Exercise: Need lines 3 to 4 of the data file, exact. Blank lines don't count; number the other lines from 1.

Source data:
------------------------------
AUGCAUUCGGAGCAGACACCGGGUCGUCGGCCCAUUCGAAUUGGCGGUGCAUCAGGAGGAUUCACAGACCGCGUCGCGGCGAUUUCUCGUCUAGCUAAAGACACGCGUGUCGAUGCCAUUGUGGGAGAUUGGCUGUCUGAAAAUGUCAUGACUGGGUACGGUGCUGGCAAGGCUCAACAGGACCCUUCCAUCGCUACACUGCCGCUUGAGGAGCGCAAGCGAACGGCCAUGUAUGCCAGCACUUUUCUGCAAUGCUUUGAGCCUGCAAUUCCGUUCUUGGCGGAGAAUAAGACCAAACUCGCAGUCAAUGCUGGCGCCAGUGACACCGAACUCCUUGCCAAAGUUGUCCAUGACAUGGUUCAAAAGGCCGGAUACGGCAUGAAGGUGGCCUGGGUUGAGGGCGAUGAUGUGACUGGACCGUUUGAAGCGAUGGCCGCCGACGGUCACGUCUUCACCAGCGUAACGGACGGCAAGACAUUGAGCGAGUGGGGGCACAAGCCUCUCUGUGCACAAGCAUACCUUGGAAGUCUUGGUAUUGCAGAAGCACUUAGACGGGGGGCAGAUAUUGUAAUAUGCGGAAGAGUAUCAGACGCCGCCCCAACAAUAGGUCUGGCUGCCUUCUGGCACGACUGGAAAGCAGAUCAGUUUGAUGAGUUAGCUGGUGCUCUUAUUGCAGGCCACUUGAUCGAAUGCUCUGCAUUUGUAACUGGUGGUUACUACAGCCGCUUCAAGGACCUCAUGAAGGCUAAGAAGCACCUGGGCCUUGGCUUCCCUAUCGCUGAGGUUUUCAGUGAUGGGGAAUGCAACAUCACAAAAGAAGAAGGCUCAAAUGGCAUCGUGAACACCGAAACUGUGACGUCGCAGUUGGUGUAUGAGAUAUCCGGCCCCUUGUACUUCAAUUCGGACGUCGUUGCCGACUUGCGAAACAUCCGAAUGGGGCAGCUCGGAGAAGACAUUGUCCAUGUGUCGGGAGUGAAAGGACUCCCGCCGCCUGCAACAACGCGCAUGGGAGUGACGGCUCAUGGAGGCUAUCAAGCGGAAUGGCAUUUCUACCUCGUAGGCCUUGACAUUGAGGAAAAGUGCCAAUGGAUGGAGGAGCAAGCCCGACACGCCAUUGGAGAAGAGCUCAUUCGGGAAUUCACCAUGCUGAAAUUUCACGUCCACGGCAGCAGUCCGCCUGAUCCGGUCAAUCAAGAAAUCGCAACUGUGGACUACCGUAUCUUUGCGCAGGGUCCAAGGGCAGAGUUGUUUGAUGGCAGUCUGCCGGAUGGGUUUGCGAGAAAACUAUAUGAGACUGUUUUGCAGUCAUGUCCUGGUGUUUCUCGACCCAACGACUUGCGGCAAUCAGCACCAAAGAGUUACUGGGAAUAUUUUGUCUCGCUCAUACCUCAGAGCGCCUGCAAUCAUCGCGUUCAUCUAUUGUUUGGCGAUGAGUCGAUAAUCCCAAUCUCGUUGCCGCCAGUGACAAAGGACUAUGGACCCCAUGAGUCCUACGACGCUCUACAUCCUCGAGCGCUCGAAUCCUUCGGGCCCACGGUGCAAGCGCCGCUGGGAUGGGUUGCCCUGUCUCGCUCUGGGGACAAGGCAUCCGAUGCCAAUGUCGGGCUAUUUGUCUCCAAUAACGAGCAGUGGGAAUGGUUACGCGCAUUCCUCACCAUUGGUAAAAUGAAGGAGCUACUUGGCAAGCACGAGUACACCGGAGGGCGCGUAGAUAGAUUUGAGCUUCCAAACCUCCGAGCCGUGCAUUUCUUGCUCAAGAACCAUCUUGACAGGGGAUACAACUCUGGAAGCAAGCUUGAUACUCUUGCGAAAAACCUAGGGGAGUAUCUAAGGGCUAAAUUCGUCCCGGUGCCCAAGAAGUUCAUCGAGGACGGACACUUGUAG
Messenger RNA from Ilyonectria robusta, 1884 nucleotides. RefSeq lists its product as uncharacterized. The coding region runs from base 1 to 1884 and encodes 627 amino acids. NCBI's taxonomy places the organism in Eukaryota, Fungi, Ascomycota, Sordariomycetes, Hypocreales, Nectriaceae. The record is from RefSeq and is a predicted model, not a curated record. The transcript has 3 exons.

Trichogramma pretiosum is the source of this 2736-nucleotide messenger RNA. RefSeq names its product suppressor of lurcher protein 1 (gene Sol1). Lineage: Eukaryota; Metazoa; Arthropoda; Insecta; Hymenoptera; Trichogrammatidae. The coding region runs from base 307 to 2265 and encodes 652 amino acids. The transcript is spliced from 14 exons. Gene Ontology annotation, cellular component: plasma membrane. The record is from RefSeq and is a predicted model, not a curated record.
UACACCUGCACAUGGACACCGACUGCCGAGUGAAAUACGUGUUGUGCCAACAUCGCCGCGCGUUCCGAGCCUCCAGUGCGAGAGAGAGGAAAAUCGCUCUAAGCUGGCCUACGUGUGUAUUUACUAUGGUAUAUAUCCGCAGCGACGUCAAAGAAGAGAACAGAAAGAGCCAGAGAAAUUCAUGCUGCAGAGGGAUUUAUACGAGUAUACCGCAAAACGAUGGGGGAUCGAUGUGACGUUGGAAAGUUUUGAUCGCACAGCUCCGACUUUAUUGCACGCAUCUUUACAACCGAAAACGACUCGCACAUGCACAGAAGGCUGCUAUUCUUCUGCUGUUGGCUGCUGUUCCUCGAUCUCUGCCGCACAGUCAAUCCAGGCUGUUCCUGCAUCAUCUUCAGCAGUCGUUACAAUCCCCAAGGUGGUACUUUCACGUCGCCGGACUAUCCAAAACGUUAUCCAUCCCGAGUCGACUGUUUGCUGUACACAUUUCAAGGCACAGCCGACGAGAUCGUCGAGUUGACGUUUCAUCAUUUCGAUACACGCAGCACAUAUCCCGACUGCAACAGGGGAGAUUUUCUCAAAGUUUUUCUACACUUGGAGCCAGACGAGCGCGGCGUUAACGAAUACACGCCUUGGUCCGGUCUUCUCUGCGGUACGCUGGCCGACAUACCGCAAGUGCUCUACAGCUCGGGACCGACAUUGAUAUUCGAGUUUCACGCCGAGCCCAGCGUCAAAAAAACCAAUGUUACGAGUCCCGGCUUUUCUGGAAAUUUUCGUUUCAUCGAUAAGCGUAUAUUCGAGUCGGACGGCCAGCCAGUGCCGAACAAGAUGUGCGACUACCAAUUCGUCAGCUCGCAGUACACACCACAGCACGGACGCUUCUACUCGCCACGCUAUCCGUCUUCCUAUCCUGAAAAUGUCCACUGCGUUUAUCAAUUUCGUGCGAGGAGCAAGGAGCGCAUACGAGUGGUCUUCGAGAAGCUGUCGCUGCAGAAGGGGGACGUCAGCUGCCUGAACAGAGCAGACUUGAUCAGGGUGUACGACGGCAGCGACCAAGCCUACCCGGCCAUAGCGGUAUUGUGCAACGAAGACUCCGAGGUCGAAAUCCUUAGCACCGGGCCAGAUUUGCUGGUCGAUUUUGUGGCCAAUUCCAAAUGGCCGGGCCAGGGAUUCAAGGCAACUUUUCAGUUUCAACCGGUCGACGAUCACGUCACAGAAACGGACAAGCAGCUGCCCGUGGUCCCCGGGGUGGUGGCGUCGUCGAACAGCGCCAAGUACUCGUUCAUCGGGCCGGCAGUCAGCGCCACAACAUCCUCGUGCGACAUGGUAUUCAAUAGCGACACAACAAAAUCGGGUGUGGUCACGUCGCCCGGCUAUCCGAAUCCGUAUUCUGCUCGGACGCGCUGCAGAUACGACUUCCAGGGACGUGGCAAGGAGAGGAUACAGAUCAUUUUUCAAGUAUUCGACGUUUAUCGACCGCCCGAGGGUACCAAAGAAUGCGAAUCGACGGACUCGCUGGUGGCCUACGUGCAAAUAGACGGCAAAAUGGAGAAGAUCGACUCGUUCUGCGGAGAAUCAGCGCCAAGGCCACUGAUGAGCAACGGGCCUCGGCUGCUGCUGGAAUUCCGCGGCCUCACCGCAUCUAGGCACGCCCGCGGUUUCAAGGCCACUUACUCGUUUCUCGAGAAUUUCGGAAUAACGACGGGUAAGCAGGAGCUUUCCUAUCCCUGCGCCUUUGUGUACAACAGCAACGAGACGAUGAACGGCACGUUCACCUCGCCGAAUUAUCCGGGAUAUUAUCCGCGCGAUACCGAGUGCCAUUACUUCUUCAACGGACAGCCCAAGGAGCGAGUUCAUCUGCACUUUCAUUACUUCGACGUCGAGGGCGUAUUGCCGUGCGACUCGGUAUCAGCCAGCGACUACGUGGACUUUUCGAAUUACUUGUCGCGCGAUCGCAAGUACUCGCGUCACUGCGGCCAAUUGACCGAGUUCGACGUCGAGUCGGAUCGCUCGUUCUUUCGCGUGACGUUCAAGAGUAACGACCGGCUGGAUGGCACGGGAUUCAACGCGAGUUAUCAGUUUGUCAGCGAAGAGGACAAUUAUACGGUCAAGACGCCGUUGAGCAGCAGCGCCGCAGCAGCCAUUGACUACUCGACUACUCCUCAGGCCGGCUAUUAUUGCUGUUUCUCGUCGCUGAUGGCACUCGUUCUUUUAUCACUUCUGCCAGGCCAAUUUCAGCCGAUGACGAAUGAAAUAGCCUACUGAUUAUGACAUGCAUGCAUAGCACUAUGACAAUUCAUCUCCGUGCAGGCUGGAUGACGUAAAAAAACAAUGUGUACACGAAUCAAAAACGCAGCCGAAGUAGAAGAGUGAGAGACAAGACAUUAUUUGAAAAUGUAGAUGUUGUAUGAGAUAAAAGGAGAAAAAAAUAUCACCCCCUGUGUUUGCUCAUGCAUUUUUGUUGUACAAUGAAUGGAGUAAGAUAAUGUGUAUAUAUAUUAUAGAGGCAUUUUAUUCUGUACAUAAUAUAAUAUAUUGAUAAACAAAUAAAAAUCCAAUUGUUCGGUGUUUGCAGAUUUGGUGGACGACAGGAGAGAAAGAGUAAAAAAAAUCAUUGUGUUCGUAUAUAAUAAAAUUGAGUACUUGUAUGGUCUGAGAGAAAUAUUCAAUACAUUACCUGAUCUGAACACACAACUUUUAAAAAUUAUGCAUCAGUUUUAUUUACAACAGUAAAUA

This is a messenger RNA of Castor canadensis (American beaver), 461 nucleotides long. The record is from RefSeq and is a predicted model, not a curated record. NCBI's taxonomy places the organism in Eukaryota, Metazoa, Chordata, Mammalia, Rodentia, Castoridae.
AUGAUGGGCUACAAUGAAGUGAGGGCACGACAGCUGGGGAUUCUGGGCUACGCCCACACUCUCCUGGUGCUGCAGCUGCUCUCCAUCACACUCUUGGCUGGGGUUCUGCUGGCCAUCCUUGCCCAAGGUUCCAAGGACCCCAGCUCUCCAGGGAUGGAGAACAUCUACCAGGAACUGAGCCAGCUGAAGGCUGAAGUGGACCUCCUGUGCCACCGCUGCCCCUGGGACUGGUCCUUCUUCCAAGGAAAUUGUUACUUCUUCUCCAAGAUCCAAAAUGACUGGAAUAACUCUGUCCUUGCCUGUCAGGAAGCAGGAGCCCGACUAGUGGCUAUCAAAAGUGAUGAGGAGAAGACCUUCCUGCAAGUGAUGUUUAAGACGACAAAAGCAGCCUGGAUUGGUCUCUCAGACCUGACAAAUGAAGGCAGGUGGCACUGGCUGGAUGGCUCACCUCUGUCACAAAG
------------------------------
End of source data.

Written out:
Trichogramma pretiosum is the source of this 2736-nucleotide messenger RNA. RefSeq names its product suppressor of lurcher protein 1 (gene Sol1). Lineage: Eukaryota; Metazoa; Arthropoda; Insecta; Hymenoptera; Trichogrammatidae. The coding region runs from base 307 to 2265 and encodes 652 amino acids. The transcript is spliced from 14 exons. Gene Ontology annotation, cellular component: plasma membrane. The record is from RefSeq and is a predicted model, not a curated record.
UACACCUGCACAUGGACACCGACUGCCGAGUGAAAUACGUGUUGUGCCAACAUCGCCGCGCGUUCCGAGCCUCCAGUGCGAGAGAGAGGAAAAUCGCUCUAAGCUGGCCUACGUGUGUAUUUACUAUGGUAUAUAUCCGCAGCGACGUCAAAGAAGAGAACAGAAAGAGCCAGAGAAAUUCAUGCUGCAGAGGGAUUUAUACGAGUAUACCGCAAAACGAUGGGGGAUCGAUGUGACGUUGGAAAGUUUUGAUCGCACAGCUCCGACUUUAUUGCACGCAUCUUUACAACCGAAAACGACUCGCACAUGCACAGAAGGCUGCUAUUCUUCUGCUGUUGGCUGCUGUUCCUCGAUCUCUGCCGCACAGUCAAUCCAGGCUGUUCCUGCAUCAUCUUCAGCAGUCGUUACAAUCCCCAAGGUGGUACUUUCACGUCGCCGGACUAUCCAAAACGUUAUCCAUCCCGAGUCGACUGUUUGCUGUACACAUUUCAAGGCACAGCCGACGAGAUCGUCGAGUUGACGUUUCAUCAUUUCGAUACACGCAGCACAUAUCCCGACUGCAACAGGGGAGAUUUUCUCAAAGUUUUUCUACACUUGGAGCCAGACGAGCGCGGCGUUAACGAAUACACGCCUUGGUCCGGUCUUCUCUGCGGUACGCUGGCCGACAUACCGCAAGUGCUCUACAGCUCGGGACCGACAUUGAUAUUCGAGUUUCACGCCGAGCCCAGCGUCAAAAAAACCAAUGUUACGAGUCCCGGCUUUUCUGGAAAUUUUCGUUUCAUCGAUAAGCGUAUAUUCGAGUCGGACGGCCAGCCAGUGCCGAACAAGAUGUGCGACUACCAAUUCGUCAGCUCGCAGUACACACCACAGCACGGACGCUUCUACUCGCCACGCUAUCCGUCUUCCUAUCCUGAAAAUGUCCACUGCGUUUAUCAAUUUCGUGCGAGGAGCAAGGAGCGCAUACGAGUGGUCUUCGAGAAGCUGUCGCUGCAGAAGGGGGACGUCAGCUGCCUGAACAGAGCAGACUUGAUCAGGGUGUACGACGGCAGCGACCAAGCCUACCCGGCCAUAGCGGUAUUGUGCAACGAAGACUCCGAGGUCGAAAUCCUUAGCACCGGGCCAGAUUUGCUGGUCGAUUUUGUGGCCAAUUCCAAAUGGCCGGGCCAGGGAUUCAAGGCAACUUUUCAGUUUCAACCGGUCGACGAUCACGUCACAGAAACGGACAAGCAGCUGCCCGUGGUCCCCGGGGUGGUGGCGUCGUCGAACAGCGCCAAGUACUCGUUCAUCGGGCCGGCAGUCAGCGCCACAACAUCCUCGUGCGACAUGGUAUUCAAUAGCGACACAACAAAAUCGGGUGUGGUCACGUCGCCCGGCUAUCCGAAUCCGUAUUCUGCUCGGACGCGCUGCAGAUACGACUUCCAGGGACGUGGCAAGGAGAGGAUACAGAUCAUUUUUCAAGUAUUCGACGUUUAUCGACCGCCCGAGGGUACCAAAGAAUGCGAAUCGACGGACUCGCUGGUGGCCUACGUGCAAAUAGACGGCAAAAUGGAGAAGAUCGACUCGUUCUGCGGAGAAUCAGCGCCAAGGCCACUGAUGAGCAACGGGCCUCGGCUGCUGCUGGAAUUCCGCGGCCUCACCGCAUCUAGGCACGCCCGCGGUUUCAAGGCCACUUACUCGUUUCUCGAGAAUUUCGGAAUAACGACGGGUAAGCAGGAGCUUUCCUAUCCCUGCGCCUUUGUGUACAACAGCAACGAGACGAUGAACGGCACGUUCACCUCGCCGAAUUAUCCGGGAUAUUAUCCGCGCGAUACCGAGUGCCAUUACUUCUUCAACGGACAGCCCAAGGAGCGAGUUCAUCUGCACUUUCAUUACUUCGACGUCGAGGGCGUAUUGCCGUGCGACUCGGUAUCAGCCAGCGACUACGUGGACUUUUCGAAUUACUUGUCGCGCGAUCGCAAGUACUCGCGUCACUGCGGCCAAUUGACCGAGUUCGACGUCGAGUCGGAUCGCUCGUUCUUUCGCGUGACGUUCAAGAGUAACGACCGGCUGGAUGGCACGGGAUUCAACGCGAGUUAUCAGUUUGUCAGCGAAGAGGACAAUUAUACGGUCAAGACGCCGUUGAGCAGCAGCGCCGCAGCAGCCAUUGACUACUCGACUACUCCUCAGGCCGGCUAUUAUUGCUGUUUCUCGUCGCUGAUGGCACUCGUUCUUUUAUCACUUCUGCCAGGCCAAUUUCAGCCGAUGACGAAUGAAAUAGCCUACUGAUUAUGACAUGCAUGCAUAGCACUAUGACAAUUCAUCUCCGUGCAGGCUGGAUGACGUAAAAAAACAAUGUGUACACGAAUCAAAAACGCAGCCGAAGUAGAAGAGUGAGAGACAAGACAUUAUUUGAAAAUGUAGAUGUUGUAUGAGAUAAAAGGAGAAAAAAAUAUCACCCCCUGUGUUUGCUCAUGCAUUUUUGUUGUACAAUGAAUGGAGUAAGAUAAUGUGUAUAUAUAUUAUAGAGGCAUUUUAUUCUGUACAUAAUAUAAUAUAUUGAUAAACAAAUAAAAAUCCAAUUGUUCGGUGUUUGCAGAUUUGGUGGACGACAGGAGAGAAAGAGUAAAAAAAAUCAUUGUGUUCGUAUAUAAUAAAAUUGAGUACUUGUAUGGUCUGAGAGAAAUAUUCAAUACAUUACCUGAUCUGAACACACAACUUUUAAAAAUUAUGCAUCAGUUUUAUUUACAACAGUAAAUA